Jami Attenberg

Jami Attenberg

Jami Attenberg

Jami Attenberg has written about sex, technology, design, books, television, and urban life for The New York Times MagazineThe Wall Street JournalThe Guardian, Lenny Letter and others. In 2017, HMH Books (US) and Serpent's Tail (UK) published her novel All Grown Up. It will also be published in Italy, Germany, France, Holland, Poland, Russia, China, the Czech Republic, Turkey, Portugal and Hungary in 2018.

"Plenty of Light," an Interview with Jami Attenberg

This interview was conducted via e-mail by Interview Editor Addison Rizer. Of the process she said, “Jami Attenberg’s novel, All Grown Up, is a compassionate and quick portrayal of a life in its various stages. Her prose is cutting and honest, delving into the heart of a human life and all its messy parts. It’s a truly touching read.” In this interview Jami Attenberg talks about cyclical moments, the nonlinear nature of life events, and sunlight.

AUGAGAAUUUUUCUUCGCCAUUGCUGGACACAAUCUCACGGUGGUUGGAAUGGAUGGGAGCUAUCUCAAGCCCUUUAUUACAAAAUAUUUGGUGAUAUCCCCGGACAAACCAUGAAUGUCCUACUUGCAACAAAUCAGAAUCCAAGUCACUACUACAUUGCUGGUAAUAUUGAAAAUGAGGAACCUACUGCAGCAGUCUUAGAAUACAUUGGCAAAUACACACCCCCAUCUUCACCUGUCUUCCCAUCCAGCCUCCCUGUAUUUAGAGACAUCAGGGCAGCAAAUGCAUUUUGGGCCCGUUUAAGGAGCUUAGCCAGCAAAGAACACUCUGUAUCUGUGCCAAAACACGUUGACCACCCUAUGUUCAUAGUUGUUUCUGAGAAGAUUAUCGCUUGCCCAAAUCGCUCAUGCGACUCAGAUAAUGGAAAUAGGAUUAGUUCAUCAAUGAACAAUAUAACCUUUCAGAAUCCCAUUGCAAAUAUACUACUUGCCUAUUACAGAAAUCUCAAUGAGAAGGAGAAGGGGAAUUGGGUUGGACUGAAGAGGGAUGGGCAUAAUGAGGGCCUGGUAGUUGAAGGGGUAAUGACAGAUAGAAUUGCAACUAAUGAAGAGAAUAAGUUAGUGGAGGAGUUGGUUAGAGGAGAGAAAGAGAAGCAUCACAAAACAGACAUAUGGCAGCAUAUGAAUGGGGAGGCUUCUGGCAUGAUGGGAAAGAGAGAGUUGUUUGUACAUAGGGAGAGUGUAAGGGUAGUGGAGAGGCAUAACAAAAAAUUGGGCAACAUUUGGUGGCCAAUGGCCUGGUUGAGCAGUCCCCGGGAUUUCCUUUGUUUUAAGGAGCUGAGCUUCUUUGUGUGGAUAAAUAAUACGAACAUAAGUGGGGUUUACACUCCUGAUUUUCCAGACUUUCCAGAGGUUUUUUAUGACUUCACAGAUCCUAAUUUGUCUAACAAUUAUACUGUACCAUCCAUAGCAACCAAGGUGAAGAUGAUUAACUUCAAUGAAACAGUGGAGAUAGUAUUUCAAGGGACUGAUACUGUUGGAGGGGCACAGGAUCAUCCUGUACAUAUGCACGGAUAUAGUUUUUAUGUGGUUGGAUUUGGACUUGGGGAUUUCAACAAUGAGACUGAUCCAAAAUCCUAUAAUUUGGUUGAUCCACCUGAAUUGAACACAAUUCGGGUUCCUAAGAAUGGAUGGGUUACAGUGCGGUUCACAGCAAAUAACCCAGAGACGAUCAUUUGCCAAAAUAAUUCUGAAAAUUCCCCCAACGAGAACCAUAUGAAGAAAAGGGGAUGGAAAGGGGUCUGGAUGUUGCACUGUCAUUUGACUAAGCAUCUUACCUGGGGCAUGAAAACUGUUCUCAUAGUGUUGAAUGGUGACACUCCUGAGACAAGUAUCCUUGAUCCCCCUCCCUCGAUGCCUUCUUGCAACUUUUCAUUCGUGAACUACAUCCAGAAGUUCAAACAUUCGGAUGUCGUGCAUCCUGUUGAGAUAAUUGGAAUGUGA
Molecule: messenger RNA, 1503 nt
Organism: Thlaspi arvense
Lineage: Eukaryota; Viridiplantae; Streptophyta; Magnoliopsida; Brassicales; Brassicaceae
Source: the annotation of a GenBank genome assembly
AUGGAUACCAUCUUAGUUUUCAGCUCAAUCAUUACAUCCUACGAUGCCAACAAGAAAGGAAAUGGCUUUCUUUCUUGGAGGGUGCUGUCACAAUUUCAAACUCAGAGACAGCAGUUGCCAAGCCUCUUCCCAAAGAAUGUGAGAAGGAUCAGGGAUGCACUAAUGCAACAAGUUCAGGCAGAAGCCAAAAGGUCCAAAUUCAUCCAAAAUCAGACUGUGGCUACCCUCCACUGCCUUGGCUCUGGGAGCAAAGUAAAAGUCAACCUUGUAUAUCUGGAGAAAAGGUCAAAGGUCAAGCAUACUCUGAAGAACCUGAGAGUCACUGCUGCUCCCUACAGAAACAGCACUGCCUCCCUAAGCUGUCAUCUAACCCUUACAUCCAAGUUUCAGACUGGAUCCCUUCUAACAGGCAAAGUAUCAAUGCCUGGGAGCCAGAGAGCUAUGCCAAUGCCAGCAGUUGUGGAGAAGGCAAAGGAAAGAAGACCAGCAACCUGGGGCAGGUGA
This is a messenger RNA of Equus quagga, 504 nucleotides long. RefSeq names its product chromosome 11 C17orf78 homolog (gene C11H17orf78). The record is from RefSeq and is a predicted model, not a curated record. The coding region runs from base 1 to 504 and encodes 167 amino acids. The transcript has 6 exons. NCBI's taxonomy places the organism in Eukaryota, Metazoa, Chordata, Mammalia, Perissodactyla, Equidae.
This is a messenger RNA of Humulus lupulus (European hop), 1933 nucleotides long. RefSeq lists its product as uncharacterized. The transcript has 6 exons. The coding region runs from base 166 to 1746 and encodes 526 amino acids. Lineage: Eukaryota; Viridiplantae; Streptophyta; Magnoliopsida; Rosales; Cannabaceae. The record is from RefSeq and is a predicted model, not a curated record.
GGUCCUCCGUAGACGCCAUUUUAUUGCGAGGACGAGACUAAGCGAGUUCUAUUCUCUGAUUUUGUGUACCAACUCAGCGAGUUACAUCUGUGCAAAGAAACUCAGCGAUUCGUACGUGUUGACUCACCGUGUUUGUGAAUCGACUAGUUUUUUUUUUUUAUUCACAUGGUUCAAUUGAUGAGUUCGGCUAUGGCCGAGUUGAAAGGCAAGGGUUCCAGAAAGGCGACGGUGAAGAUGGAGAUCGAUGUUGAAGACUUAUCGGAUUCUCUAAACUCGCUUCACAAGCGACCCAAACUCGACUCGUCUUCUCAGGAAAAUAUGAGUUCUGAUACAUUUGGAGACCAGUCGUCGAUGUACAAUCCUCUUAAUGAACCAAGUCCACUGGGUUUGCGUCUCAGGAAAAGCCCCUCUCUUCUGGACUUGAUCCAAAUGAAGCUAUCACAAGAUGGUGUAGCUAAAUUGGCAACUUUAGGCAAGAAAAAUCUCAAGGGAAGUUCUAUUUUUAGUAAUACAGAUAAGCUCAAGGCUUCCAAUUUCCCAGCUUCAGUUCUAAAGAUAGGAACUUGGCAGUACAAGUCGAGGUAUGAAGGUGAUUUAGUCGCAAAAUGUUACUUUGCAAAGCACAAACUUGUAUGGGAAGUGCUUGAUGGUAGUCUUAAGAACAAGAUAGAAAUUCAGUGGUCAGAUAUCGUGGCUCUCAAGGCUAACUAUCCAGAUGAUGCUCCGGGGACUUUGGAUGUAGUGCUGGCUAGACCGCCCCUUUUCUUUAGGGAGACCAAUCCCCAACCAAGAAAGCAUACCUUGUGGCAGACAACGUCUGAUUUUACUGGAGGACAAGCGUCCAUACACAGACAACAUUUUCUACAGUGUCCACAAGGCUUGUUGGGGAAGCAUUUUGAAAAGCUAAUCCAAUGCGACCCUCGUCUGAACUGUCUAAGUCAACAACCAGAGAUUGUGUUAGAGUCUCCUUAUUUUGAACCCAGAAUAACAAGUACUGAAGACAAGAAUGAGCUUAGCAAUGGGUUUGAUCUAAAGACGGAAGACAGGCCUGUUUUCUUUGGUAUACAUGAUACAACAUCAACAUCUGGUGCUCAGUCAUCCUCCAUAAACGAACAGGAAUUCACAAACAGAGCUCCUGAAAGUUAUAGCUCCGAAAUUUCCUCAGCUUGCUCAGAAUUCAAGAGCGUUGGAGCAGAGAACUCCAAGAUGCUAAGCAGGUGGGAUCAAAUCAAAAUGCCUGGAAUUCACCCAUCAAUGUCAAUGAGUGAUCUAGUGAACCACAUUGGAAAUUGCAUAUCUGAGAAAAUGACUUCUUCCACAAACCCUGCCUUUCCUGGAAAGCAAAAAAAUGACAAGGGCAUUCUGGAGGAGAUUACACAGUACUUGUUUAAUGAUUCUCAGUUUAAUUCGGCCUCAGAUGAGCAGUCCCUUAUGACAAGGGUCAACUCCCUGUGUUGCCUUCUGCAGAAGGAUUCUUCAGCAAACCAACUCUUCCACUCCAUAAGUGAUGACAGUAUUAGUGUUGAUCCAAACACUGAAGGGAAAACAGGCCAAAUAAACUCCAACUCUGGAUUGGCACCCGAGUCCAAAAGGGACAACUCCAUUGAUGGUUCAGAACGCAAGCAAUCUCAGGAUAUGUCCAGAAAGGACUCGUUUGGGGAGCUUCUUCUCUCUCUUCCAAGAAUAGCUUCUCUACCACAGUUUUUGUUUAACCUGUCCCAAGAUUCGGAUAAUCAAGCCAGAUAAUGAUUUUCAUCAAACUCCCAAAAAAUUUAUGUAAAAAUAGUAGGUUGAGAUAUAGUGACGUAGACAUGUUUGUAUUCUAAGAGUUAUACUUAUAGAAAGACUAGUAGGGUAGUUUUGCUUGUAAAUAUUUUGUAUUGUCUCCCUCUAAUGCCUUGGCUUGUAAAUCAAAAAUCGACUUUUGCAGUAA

Superstition Review: Throughout All Grown Up there are no paragraph breaks for dialogue, which creates a stream-of-consciousness style of narrative. What purpose does this style of narrative have in the novel? How did you make that stylistic choice?

Jami Attenberg: I wanted the entire book to feel immediate, fresh, and memoiristic. From a visual/reading perspective, grouping certain dialogue exchanges together in paragraphs seemed like a good way to convey that feeling. Of course I don't use this style entirely in the book. (There are plenty of paragraph breaks for dialogue.) But there are moments where it felt right, when there was a rush of specific emotions or a subject matter that I wanted to wrap all in one paragraph.